October 5, 2015 By Indrias Kassaye
In Sierra Leone, one of the easiest and cheapest ways of getting from place to place is by hopping on the back of one of the okada motorcycle taxis that ply the streets of towns and villages and the narrow rural tracks far from the paved roads.
But it’s rarely with a great sense of security. You don’t often get a helmet, and the driving can often leave much to be desired. Okadas are also an intimate form of transportation, and when the Ebola virus swept through the country in mid-2014, they became a potential source of transmission. In some cases, okadas were used by sick people either heading to health facilities or escaping upcountry. It’s not uncommon to see several passengers squeezed behind the driver, increasing opportunities for the virus to spread through human contact.
Although new cases of Ebola are increasingly rare, the country continues to record infections, even as efforts to stamp out the disease carry on. Making sure everyone – including okada riders – remains vigilant is critical to ensuring Sierra Leone reaches the goal of eliminating Ebola transmission.
“We wanted to talk to okada riders, explain the dangers and make sure they are involved, so that if there are any sick people, and anybody comes to them to be transported quietly, they will call 117, the national Ebola hotline,” says Lois Kamara, UNICEF Field Support Officer working in Port Loko District, where a spike in Ebola cases in June led to a successful surge in the Ebola response dubbed Operation Northern Push.
“The workshop today was very good, because so far we have only been hearing about these things on the radio and newspapers, but we had never had a practical lesson like today,” says 22-year-old Alimamy Kamara, an okada rider who participated in the workshop.
The event was organized by UNICEF in partnership with the Ministry of Social Welfare, Gender and Children’s Affairs, the Port Loko District Ebola Response Centre (DERC) and the Sierra Leone Red Cross Society.
Joining the effort
Alimamy counts himself lucky to be alive today. “We had a tenant living in our house who was pregnant and she was taken to hospital to deliver, but she died while giving birth,” he says. “Her body was given to the family and they brought her home for burial. Then six days later, the results came saying she was positive for Ebola. Two weeks later, our younger sister fell sick. She was also taken to the hospital, as Ebola treatment centres had not been set up yet. She too died. Then my brother also got sick, and he too died.”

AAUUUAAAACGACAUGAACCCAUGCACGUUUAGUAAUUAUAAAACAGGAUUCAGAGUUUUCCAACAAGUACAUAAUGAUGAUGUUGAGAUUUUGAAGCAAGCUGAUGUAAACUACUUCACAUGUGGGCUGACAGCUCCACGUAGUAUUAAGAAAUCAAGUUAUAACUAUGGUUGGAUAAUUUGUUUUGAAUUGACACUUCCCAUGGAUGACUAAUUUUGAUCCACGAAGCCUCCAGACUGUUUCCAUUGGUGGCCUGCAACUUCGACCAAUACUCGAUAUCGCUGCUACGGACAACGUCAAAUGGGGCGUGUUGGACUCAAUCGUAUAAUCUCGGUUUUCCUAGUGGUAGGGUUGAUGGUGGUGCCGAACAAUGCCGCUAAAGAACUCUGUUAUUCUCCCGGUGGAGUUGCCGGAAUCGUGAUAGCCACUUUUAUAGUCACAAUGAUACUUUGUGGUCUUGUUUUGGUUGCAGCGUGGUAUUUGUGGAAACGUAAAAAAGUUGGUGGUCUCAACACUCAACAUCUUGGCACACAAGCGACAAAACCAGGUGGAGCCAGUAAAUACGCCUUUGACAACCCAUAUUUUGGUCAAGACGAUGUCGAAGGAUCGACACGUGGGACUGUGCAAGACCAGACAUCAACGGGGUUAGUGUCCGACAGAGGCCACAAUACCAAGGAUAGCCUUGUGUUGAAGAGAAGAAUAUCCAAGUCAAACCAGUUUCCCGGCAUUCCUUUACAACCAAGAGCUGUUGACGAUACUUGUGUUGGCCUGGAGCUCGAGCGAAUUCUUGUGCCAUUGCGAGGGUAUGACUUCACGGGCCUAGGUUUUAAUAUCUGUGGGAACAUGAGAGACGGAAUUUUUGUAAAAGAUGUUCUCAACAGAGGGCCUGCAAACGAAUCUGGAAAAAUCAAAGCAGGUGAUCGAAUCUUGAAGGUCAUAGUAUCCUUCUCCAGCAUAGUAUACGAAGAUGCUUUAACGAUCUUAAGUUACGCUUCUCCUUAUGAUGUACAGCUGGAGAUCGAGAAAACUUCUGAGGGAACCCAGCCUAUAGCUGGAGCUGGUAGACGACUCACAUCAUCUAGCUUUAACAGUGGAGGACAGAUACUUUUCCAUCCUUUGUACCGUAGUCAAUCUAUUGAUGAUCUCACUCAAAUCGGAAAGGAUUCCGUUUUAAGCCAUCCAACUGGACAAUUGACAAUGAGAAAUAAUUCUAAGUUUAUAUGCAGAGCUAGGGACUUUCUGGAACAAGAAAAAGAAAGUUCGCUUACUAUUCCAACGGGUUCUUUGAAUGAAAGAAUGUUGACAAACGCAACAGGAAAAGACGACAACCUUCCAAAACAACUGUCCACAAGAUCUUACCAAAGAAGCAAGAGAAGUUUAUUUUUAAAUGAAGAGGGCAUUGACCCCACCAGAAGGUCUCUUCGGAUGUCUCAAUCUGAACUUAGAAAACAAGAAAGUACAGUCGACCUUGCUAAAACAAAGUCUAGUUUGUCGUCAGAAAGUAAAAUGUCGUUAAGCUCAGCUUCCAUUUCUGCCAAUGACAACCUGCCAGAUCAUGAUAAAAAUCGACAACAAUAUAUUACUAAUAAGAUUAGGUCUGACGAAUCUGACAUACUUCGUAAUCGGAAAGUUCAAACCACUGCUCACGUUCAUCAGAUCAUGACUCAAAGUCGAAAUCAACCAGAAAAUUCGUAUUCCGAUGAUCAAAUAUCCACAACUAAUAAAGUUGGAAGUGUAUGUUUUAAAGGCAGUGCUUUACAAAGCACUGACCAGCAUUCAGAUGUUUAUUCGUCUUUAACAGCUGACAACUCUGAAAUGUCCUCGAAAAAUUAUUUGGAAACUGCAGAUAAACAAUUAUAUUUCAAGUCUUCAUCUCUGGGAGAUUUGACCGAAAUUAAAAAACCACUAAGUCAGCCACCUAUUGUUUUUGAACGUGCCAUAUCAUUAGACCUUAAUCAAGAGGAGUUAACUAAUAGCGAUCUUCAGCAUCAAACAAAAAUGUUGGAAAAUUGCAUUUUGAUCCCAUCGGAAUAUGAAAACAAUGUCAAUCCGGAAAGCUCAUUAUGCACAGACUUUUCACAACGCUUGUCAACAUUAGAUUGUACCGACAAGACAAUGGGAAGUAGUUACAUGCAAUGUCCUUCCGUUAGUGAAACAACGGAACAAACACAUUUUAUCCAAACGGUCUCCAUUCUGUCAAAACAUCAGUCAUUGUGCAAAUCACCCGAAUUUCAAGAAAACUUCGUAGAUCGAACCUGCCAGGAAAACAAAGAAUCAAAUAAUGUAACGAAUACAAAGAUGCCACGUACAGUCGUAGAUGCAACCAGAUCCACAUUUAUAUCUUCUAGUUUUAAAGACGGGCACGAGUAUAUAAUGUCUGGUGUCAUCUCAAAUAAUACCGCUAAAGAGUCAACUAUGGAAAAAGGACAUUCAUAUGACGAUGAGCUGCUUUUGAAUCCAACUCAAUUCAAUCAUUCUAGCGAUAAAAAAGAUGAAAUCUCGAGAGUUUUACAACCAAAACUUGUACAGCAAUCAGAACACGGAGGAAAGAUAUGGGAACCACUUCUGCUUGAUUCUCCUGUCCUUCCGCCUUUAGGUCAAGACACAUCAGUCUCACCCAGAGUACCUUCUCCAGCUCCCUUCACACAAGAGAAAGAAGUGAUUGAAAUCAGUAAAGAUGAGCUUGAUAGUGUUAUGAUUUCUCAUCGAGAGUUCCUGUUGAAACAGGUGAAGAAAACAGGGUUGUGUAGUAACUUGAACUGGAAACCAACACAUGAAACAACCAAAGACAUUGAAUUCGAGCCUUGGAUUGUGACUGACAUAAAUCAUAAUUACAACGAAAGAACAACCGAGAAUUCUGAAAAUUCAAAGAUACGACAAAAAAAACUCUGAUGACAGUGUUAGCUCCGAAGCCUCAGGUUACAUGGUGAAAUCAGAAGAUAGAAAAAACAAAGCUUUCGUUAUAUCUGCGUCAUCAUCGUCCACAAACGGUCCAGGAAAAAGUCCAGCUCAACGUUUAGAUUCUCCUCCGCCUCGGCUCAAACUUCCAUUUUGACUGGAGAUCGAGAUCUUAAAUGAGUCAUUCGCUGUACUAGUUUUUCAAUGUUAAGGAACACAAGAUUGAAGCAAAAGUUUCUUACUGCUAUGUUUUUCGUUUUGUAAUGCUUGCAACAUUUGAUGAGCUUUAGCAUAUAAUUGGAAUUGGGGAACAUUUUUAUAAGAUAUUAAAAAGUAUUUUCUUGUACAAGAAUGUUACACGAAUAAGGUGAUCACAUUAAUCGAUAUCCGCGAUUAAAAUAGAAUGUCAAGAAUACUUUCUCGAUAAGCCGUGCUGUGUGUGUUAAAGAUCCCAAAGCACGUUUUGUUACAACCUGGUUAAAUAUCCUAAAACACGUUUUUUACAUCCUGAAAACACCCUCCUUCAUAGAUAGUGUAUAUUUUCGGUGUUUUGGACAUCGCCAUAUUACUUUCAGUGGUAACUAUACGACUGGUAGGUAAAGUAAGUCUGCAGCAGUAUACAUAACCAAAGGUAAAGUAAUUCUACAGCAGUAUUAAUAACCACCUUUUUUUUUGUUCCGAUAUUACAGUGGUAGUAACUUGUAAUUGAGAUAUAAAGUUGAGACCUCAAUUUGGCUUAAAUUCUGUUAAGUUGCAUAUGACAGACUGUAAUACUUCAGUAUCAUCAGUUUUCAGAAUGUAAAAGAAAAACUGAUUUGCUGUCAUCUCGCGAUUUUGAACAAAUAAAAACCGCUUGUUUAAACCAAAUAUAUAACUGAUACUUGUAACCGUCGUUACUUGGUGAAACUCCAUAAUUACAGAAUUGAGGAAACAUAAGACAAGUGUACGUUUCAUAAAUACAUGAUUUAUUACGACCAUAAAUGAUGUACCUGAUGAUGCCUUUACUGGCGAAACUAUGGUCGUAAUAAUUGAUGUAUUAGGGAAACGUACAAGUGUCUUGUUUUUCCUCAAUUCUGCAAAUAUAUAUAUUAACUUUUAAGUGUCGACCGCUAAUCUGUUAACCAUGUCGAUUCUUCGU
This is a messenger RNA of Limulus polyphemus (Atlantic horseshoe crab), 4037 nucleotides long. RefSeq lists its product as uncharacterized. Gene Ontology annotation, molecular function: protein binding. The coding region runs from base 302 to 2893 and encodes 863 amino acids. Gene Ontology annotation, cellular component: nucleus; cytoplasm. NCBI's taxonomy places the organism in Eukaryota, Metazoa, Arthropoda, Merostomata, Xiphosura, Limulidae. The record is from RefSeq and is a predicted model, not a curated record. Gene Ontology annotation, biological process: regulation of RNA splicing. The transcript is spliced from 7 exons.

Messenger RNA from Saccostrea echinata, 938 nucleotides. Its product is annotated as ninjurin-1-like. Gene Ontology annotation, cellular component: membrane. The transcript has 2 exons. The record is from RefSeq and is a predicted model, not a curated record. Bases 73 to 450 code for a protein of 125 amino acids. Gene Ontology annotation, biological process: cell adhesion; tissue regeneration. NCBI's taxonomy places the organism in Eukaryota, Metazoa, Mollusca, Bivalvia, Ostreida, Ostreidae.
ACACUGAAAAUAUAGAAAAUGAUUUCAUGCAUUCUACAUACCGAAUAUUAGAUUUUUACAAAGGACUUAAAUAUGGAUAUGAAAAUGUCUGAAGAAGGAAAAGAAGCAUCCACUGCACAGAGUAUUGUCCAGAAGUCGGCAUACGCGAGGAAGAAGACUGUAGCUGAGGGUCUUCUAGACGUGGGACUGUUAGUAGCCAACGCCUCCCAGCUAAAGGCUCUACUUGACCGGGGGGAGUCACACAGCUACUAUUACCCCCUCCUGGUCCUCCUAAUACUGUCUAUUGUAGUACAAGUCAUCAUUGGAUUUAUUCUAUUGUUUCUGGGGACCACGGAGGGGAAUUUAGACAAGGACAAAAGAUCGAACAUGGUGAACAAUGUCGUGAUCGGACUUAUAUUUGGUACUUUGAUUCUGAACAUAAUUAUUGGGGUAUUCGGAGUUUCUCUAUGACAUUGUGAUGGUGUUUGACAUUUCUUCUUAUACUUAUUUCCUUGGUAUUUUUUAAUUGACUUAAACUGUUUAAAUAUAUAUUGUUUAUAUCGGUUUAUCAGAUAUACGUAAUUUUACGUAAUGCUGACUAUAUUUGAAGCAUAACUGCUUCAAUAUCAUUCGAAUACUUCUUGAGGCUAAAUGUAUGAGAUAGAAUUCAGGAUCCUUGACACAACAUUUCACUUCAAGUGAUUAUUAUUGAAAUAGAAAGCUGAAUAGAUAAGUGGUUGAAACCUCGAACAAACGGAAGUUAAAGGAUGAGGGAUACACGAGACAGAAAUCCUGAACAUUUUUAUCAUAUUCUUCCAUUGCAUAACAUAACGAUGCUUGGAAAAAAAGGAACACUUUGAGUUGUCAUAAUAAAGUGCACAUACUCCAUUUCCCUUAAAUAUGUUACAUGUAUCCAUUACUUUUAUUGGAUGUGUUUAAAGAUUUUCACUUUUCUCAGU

Miraculously, Alimamy, his mother and three other siblings did not catch the highly contagious virus, and today he is happy to be part of national efforts to rid Sierra Leone of Ebola.
“Having this practical engagement has enabled us to learn more about Ebola and what we should and should not do,” Alimamy says. “I have learnt that I should not be carrying any sick people. I should not allow people to do secret burials. And I should call 117 for any suspected case.”
UNICEF used the opportunity with okada drivers, almost all of them young men, to tackle the issue of teenage pregnancy, safer sex practices and parenthood.
“I attended a community meeting recently where most of the parents and stakeholders were complaining that okada riders were responsible for girls dropping out of school,” says UNICEF’s Lois Kamara. “So, when I talked to the okada drivers, I explained about protecting themselves, prevention of Ebola, and other sexually transmitted diseases. I spoke to them about taking care of their families and not just for their bikes. Because in the morning, they will wash their bikes, they will add fuel, but their children will remain hungry at home. We all agreed that their bikes will not last forever, and that there is more value in caring for their children. So those who have children promised to make sure their children are clean and fed before heading out to work.”
“I really enjoyed the discussions on child protection,” says Alimamy. “Before, I was just leaving my child at home with my mother in the morning without checking on him. Today I have learned that before I leave home I should be taking care of my son, making sure he is fed and clean. He will be the one following me at home, and when I get old, he will be the one who will take care of me.”
Spreading the word
When the workshop ended, the whole town got to know about the event – okada riders formed a motorcade to drive through Port Loko town, publicly announcing their commitment to be part of efforts to achieve and remain at zero Ebola status.
“I think it was good that we included okada riders, because they are always complaining that they are left out,” Lois says. “Most times they are the ones transporting sick people to the secret hideouts of herbalists. So from here on they will be able to report, to call 117, and know that it is their responsibility to help in remaining at zero.”
Credit: UNICEF Sierra Leone